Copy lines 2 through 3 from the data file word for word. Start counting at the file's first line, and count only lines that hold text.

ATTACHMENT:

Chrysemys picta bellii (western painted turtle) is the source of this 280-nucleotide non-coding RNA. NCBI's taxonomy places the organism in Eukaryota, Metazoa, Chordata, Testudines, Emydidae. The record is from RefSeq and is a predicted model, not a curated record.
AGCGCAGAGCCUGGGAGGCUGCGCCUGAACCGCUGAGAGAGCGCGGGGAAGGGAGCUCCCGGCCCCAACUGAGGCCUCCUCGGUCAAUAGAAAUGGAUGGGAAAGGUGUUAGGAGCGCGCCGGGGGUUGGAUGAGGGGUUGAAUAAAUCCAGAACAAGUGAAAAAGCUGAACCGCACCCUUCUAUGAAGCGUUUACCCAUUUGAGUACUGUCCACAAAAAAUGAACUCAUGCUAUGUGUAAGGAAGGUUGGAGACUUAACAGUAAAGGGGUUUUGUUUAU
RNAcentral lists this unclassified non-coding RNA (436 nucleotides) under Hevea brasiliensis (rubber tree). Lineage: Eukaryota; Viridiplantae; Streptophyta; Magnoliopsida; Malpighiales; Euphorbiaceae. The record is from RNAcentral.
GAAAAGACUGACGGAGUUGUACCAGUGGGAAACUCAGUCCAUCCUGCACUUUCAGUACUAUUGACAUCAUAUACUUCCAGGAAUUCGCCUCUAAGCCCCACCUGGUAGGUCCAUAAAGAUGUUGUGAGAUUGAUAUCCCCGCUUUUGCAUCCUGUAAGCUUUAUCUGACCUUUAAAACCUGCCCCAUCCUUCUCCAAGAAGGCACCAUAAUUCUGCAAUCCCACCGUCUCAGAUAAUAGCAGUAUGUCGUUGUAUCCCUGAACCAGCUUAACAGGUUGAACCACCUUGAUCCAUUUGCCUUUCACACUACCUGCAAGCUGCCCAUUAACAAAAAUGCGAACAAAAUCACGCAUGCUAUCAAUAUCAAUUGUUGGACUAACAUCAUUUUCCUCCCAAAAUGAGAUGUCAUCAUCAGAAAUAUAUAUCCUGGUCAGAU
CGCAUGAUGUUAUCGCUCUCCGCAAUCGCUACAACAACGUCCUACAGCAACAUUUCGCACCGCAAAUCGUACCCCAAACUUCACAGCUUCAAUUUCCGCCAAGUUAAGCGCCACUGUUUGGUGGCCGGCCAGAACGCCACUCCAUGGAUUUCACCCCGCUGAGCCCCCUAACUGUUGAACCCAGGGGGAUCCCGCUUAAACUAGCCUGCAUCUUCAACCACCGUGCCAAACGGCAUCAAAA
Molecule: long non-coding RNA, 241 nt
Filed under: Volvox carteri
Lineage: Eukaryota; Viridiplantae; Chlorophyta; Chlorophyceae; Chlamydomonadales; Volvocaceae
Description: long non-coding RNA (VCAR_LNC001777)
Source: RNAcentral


AGCGCAGAGCCUGGGAGGCUGCGCCUGAACCGCUGAGAGAGCGCGGGGAAGGGAGCUCCCGGCCCCAACUGAGGCCUCCUCGGUCAAUAGAAAUGGAUGGGAAAGGUGUUAGGAGCGCGCCGGGGGUUGGAUGAGGGGUUGAAUAAAUCCAGAACAAGUGAAAAAGCUGAACCGCACCCUUCUAUGAAGCGUUUACCCAUUUGAGUACUGUCCACAAAAAAUGAACUCAUGCUAUGUGUAAGGAAGGUUGGAGACUUAACAGUAAAGGGGUUUUGUUUAU
RNAcentral lists this unclassified non-coding RNA (436 nucleotides) under Hevea brasiliensis (rubber tree). Lineage: Eukaryota; Viridiplantae; Streptophyta; Magnoliopsida; Malpighiales; Euphorbiaceae. The record is from RNAcentral.